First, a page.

Originally posted on Fox Sports Florida  |  Last updated 5/20/12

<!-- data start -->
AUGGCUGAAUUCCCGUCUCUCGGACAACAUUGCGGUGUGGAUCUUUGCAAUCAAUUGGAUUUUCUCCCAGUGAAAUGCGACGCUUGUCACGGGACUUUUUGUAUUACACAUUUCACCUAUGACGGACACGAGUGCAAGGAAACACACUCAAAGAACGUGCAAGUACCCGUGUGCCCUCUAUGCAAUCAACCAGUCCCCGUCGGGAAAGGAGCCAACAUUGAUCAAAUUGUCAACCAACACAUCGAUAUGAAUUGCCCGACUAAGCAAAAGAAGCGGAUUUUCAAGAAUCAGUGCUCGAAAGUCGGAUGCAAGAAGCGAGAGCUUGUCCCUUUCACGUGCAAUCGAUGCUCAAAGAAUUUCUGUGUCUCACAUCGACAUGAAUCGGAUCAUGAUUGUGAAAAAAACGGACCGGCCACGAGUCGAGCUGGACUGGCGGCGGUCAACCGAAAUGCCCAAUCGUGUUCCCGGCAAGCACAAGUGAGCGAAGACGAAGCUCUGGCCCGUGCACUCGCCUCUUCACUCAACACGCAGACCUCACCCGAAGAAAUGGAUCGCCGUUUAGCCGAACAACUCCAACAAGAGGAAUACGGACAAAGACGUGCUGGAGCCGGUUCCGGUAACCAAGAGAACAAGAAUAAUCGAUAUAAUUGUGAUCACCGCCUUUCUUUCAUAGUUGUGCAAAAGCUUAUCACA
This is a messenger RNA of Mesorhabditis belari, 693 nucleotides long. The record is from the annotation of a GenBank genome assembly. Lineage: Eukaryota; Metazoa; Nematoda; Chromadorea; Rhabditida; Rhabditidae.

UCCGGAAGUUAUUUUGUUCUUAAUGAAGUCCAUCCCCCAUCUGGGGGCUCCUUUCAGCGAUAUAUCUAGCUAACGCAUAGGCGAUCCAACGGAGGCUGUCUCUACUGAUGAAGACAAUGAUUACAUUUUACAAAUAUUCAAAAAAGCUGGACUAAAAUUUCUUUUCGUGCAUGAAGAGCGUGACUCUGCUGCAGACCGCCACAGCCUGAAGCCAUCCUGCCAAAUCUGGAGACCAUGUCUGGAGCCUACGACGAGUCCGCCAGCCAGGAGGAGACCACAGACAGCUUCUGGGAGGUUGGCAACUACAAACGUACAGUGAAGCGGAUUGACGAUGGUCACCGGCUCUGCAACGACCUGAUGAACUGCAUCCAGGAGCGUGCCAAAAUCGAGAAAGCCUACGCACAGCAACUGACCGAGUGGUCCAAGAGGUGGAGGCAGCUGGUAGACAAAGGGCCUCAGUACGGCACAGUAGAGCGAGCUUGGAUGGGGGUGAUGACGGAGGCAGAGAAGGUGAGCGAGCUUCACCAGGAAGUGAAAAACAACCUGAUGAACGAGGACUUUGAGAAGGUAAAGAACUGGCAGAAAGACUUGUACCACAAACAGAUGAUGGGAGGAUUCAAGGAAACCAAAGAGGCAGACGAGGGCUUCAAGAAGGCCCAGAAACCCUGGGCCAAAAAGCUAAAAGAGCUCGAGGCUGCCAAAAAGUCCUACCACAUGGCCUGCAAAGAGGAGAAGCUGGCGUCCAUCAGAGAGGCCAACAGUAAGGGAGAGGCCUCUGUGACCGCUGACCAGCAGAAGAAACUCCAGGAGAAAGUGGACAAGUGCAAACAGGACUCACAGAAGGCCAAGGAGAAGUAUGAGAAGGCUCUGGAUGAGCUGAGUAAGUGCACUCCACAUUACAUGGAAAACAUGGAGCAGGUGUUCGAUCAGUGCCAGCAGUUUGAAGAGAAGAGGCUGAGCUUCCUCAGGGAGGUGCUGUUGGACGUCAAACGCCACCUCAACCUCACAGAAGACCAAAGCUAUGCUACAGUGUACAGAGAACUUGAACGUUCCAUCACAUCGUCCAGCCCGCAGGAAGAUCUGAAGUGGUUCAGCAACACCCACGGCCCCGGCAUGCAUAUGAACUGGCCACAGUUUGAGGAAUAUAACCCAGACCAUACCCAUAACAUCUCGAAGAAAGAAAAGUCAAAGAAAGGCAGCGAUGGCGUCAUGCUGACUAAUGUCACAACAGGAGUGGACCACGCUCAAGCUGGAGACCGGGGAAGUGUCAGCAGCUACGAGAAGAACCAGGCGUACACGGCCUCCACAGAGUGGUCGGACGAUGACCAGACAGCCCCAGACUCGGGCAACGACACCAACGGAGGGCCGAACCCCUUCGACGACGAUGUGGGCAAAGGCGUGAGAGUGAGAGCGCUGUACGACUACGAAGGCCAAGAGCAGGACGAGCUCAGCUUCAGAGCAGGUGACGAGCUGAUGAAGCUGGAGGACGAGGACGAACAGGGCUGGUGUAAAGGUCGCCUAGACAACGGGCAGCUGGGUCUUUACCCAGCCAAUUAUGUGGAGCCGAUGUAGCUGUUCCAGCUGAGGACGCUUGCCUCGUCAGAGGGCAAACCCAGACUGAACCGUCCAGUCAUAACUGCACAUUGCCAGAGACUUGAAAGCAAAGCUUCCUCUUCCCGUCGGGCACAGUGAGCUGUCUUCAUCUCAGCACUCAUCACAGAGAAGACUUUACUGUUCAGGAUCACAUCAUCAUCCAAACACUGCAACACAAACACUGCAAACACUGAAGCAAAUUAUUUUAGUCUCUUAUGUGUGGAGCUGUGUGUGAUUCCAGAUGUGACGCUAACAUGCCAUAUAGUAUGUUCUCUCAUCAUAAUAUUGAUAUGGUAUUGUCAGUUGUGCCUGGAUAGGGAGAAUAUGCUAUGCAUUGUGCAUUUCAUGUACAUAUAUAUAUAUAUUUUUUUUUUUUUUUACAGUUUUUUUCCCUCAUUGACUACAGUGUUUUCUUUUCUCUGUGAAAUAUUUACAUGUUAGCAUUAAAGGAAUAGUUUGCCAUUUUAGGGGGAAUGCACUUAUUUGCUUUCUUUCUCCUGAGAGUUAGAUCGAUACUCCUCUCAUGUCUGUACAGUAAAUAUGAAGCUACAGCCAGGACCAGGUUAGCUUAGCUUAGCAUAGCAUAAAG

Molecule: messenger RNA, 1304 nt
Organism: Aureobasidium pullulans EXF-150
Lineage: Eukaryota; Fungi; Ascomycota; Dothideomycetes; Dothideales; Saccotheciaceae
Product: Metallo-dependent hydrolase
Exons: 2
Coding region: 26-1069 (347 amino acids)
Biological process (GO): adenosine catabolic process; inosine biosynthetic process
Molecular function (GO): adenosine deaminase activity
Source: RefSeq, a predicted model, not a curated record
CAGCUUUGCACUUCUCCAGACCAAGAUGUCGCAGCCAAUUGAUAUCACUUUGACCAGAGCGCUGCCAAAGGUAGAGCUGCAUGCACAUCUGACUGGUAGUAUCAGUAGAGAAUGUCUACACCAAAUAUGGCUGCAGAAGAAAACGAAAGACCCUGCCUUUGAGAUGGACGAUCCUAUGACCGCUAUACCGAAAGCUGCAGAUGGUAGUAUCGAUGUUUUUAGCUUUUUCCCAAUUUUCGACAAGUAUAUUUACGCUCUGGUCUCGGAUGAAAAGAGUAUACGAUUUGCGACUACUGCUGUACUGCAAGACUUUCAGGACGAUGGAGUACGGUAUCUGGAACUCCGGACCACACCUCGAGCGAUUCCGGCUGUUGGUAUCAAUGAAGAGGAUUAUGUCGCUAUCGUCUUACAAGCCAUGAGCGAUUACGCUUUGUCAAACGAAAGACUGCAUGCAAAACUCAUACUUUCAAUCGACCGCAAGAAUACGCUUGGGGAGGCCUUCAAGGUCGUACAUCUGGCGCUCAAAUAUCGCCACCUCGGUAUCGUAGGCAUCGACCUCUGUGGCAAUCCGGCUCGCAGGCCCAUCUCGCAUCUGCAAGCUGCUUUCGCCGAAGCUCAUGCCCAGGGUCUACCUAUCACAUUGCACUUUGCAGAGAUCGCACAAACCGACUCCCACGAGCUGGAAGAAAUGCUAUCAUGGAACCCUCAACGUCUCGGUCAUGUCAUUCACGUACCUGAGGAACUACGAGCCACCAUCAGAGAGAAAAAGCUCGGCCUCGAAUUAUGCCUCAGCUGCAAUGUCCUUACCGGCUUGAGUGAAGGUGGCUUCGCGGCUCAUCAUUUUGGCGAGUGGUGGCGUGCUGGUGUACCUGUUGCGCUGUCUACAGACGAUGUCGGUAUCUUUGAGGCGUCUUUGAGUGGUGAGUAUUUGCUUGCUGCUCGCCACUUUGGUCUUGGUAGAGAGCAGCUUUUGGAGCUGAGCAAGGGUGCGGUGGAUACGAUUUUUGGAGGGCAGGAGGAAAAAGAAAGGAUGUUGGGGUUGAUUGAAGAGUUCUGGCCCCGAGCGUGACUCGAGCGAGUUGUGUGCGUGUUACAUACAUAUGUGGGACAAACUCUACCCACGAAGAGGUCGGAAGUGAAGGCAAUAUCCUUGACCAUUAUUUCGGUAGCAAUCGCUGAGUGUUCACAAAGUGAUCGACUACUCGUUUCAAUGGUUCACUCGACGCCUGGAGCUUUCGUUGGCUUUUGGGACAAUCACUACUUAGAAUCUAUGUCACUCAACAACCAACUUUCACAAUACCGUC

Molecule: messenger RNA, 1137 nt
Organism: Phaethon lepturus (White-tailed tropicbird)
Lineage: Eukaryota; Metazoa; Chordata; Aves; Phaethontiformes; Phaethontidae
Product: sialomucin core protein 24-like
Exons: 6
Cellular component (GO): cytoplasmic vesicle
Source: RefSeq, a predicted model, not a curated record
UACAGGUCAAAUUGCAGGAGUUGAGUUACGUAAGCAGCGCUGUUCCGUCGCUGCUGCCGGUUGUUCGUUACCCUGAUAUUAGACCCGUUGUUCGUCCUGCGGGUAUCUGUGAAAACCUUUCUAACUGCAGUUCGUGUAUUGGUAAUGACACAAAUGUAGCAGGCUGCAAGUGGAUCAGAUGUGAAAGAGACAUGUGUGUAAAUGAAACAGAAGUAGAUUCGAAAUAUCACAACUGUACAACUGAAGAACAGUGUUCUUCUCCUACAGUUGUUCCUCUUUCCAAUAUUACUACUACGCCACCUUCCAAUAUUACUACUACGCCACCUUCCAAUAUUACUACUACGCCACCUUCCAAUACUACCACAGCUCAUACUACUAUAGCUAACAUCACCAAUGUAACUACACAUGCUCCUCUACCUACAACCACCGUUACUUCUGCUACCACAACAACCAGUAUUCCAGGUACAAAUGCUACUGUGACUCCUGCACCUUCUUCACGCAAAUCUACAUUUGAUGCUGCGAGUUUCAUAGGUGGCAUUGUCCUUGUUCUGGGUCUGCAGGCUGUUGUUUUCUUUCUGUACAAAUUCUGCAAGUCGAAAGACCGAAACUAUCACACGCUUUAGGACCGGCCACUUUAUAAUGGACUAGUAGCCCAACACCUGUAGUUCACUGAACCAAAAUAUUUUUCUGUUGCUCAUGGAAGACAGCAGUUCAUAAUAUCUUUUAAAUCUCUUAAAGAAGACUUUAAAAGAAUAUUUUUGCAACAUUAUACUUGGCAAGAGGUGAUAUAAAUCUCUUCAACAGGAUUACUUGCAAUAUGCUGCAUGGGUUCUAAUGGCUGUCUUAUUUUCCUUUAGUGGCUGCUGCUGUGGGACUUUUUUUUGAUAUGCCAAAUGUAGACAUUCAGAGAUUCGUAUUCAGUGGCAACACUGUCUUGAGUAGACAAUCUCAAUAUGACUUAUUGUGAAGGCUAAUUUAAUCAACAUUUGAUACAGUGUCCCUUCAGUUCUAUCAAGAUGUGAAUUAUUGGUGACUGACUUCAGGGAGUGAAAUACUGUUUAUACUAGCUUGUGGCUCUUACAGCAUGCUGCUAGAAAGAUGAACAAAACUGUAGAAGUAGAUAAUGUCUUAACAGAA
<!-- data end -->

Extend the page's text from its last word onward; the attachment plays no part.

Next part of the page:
INDIANAPOLIS They have shown flash. They have shown talent and style. They have shown gall and conceit. They've just been a great show, or an awful example, depending on how you look at it. But this might have been the first time on the court that LeBron James and Dwyane Wade have shown together that they have heart. Two years into this circus, and for the first time in a big moment, James and Wade had to dig deep. And they did it, coming up with huge games and beating Indiana 101-93 on Sunday to tie the series at two games apiece. "The last 48 hours have just been mental,'' Wade said. On Thursday, he had played the worst big game of his life and sat in front of his locker afterward, head down and both feet in a bucket of ice. On Sunday, he scored 30 points, including 22 in the second half, and showed up for his post-game media conference in a three-piece suit. In between, he went to Indiana University to visit his old coach and mentor, Tom Crean. And Crean, who coached Wade at Marquette, gave him a tour of the campus, and then pulled out films of Wade making shots and missing them. They compared and contrasted, a superstar going back to the basics, getting into the nitty-gritty. "They made me a student of the game,'' Wade said. "It was great for me just getting away, and to get that energy I needed from him. . . "Sometimes the game is funny. Sometimes shots you always make, even since you were a little kid, don't go in. You just have to work on it.'' Meanwhile, James dug, too. And he found his old, dominant self, the guy from his Cleveland Cavaliers days who used to take over and lead his team in the big moment. This new version of James had been looking for the easy way out, moving to South Beach to play with Wade and Chris Bosh. On Sunday, James was looking to dominate from the start, and to make sure Indiana center Roy Hibbert didn't get all the rebounds like he did in Game 3. At first, it wasn't working. James was out of control, missing shots wildly. That's when he showed something. Instead of backing off and hoping Wade would take over, James just kept running things, kept insisting. The team was about to fall behind hopelessly in this series. The whole Miami Heat project was looking shaky. Bosh was out hurt; Wade was trying to fight his demons. So James scored 40 points. Grabbed 18 rebounds. Had nine assists. "I felt like I had to do whatever it took for us to win,'' he said. James and Wade dominated the second half together. When they're on, you can't stop them. And you can look at this a couple of ways. If they are so much better than everyone else, then why aren't they "on'' almost all the time? In the conference final against Chicago last year, they dominated that moment, too. They just started rolling without pressure. That was The Show that this group always had in it. But that's not what happened Sunday. This wasn't just the inevitable, the cream rising. These guys were in real trouble. Wade had been playing and behaving like a grumpy old man. They have turned off so many people starting with The Decision and the little dance counting up titles in an absurd pre-dynasty celebration that I think hope in general was that they finally were going to eat their words. Lose to Indiana? It is the opposite of the flash of South Beach. In fact, you want an example of Indiana being hip? The Pacers had former Brooklyn Dodger Carl Erskine, from 50 years ago, playing the national anthem on a harmonica. Anyway, you might want the Heat to fail, but what they did Sunday was so much better. It's hard to explain, but they were looking for each other, moving perfectly in step. James knew what Wade was looking for, what he needed, and where he planned to be. Wade got one nice pass from James, leading to a dunk, and told LeBron that that was exactly what he needed: to see the ball leave his hands and go into the basket. They lifted each other. "That's beautiful basketball, or Miami basketball, when we are able to do that,'' Wade said. Now, before I go way overboard, let me say this: This is exactly what championship teams are supposed to do. Adapt and adjust to win. Coach Erik Spoelstra, always making sure he gets involved in the credit, did talk to the players between games about all they had been through together in the past two years. He amped up the team to play tougher. He made adjustments to spread out the offense and get Wade more space. "I wanted them, really, to embrace the difficult,'' Spoelstra said. That's exactly what they did, particularly Wade, who rarely has to face the same "difficult'' that James does. Wade's body is breaking down, and he's seen as not holding up his end of the Big Three deal. Even Miami Marlins manager Ozzie Guillen spoke up. After he saw Wade getting in Spoelstra's face in Game 3, Guillen was asked what he would have done if Wade did that to him. "I will kick his (butt),'' Guillen said. So will the Heat take this newfound heart all the way to a title? No. This story is not that neat. The Heat aren't going to be able to win the title without Bosh. They just aren't constructed right, with all the team salary going to three guys. The rest of the team is a void. Udonis Haslem did score 14 points Sunday. And Mario Chalmers played well in Game 3. But the Heat can't count on them. And the burden is too much, physically, for Wade and James to win 10 more postseason games by themselves. Remember: Last year they wore out in the NBA Finals against Dallas. Well, there is no way they can undo their public persona now. But this wasn't just dancing and counting up imaginary championships. Maybe the first time, this was the identity of a real champion.
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